40 Pools

Celebrating a Big Birthday with 40 Swims

#19: Hunter College North Pool

on April 10, 2012

looking toward the shallow end of Hunter's poolLocation: Upper East Side, Manhattan

Configuration: 4 lanes of 25 yards

Fee: $2 guest pass with member accompaniment

Total Fees to Date: $141.41

Fittingly enough for a school formerly dedicated to teacher education, the Hunter College pool has a thing or two to teach other pools. Through a 2008 renovation by mdm Architecture, the pool gained a high-efficiency dehumidification unit and a low-tech cover, both of which make it more energy efficient.

You can see the cover along the far wall in the photo above; it gets reeled across from the deep end using a cable strung up near the ceiling. Covering the pool overnight keeps water from evaporating, which reduces heat loss, the amount of chemicals required, and the run time for the dehumidifier. It’s such a simple and smart idea that I wonder why other indoor pools don’t follow suit and blanket themselves after hours.

I think the pool must date to the late 1930s along with the rest of the North building it is housed in. The school did not start admitting men until the 1960s, meaning that the pool was built primarily for women, which is neat to think about. (Skinny women, if the lane width is any indication.) In my imagination, the swim times of yore were a bit friendlier than the tightly schedule women’s only session I tried at the Shorefront Y, for example. Other than the small size of just four narrow lanes, it’s a fine place to swim, though a bit on the warm side. People had reasonably good lane etiquette, as is necessary in such tight quarters, the lifeguards were friendly and helpful, and the locker room was adequate if lacking in frills. Fellow swimmers represented a wide variety of skills, ages, and ethnicities, including a woman in a full-body swim cover who I believe was Muslim.

Hannah and Stephanie after swimming

Most of Hunter’s other athletic facilities are in the 1985 Sportsplex at the bottom of the West building, which lays claim to being the deepest building in New York City. We had to stop at the Sportsplex as part of the entry process before heading over to the pool, which is just one flight below ground. Like at LaGuardia Community College, there’s a cumbersome sign-in process involving multiple stops before you are allowed in to swim.

This pool scores as the closest to my apartment among the 19 (!) to date, but it’s not one I can use regularly, as guests are only allowed with a Hunter student, faculty, staff, or alum who has a free fitness membership. My entry came courtesy of Stephanie, a big supporter of this project who is already scheming about more pool tourism. When she’s not swimming, she’s a librarian, helping to ensure that Hunter’s teaching legacy continues.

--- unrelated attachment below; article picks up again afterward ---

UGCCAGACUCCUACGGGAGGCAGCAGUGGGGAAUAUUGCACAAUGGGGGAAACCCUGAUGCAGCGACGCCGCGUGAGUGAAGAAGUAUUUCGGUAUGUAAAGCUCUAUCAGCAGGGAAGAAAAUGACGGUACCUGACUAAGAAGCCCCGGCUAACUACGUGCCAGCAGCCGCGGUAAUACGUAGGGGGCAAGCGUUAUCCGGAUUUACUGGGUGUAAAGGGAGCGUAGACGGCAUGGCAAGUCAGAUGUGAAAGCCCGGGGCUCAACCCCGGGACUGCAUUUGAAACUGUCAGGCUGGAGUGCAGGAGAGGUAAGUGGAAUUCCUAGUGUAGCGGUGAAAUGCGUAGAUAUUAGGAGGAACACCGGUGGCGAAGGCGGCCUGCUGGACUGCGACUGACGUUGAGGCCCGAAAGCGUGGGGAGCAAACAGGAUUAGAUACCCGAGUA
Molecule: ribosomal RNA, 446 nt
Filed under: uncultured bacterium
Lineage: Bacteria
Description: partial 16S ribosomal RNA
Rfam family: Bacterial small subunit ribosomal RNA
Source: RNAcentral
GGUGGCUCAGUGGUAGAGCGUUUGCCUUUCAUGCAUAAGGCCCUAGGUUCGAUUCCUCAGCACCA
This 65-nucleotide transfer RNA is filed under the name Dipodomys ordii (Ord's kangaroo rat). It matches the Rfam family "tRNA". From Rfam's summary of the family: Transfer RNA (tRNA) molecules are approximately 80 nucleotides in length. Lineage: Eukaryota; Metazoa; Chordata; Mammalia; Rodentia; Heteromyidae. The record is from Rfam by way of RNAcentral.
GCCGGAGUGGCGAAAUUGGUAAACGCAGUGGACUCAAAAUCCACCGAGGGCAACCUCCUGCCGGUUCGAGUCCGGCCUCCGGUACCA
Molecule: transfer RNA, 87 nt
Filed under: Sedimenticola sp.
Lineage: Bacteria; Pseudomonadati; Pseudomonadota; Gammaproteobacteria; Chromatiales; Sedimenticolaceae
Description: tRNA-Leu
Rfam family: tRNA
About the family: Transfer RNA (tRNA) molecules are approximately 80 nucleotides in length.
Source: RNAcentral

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5 responses to “#19: Hunter College North Pool

  1. Hannah says:

    My brother, an energy efficiency expert, has this to say:

    You’re right that evaporation and not just convection or conduction heat losses are the big issue – and that a pool cover is most of what is required to prevent such losses – just like covering a boiling pot of water allows cooking on a lower flame. And in turn, they should have lower humidity to start with for their dehumidification system to work on. It also sounds like they should turn down their heater a few degrees as well – that would be a nice compliment to their cover… I think I also recall that chlorine evaporates faster and at a lower temperature than H2O, so it also makes sense that a cover might prevent some chlorine losses.

    I wonder how many institutional pools have steam heat – I think central steam plants are pretty common in the NE. In some cases, the steam can be co-generated with electricity – soaking up heat that would otherwise be wasted – leading to a pretty darn efficient system.

  2. Naomi says:

    I was a lifeguard at this pool in 1983-84. Back then it was very humid.

  3. Dahlia says:

    Oh, this brings back memories. I went to Hunter College High School and practiced here for swim practice for 3 years! (Would have been 4, but sophomore year we swam at Stuyvesant because they were removing asbestos from the pool area). Yes, very humid.

  4. Hannah says:

    Another update from a newsletter found by the energy efficiency expert:

    Pool covers, a seemingly small step at first glance, have also made a
    big dent in energy conservation. Strawberry Canyon, Golden Bear, and
    Hearst pool [#53: https://40pools.wordpress.com/2012/11/26/53-uc-berkeley-hearst-pool/ –but not Spieker #52: https://40pools.wordpress.com/2012/11/24/52-uc-berkeley-spieker-pool/%5D all have covers. The most recent one, installed at Hearst
    last fall, will save an estimated 12,000 therms of natural gas per year
    – the same amount of energy used to heat thirty homes!
    The total Hearst pool cover project cost was about $19,000, however PG&E
    offers a $1 rebate for every therm saved. This translated to Rec Sports
    receiving a $12,000 rebate on the original cost. These savings will
    continue year after year: based on current energy prices, this pool
    cover will save about $8,900 each year. Even before the first year was
    over, the savings have completely paid for the pool cover.

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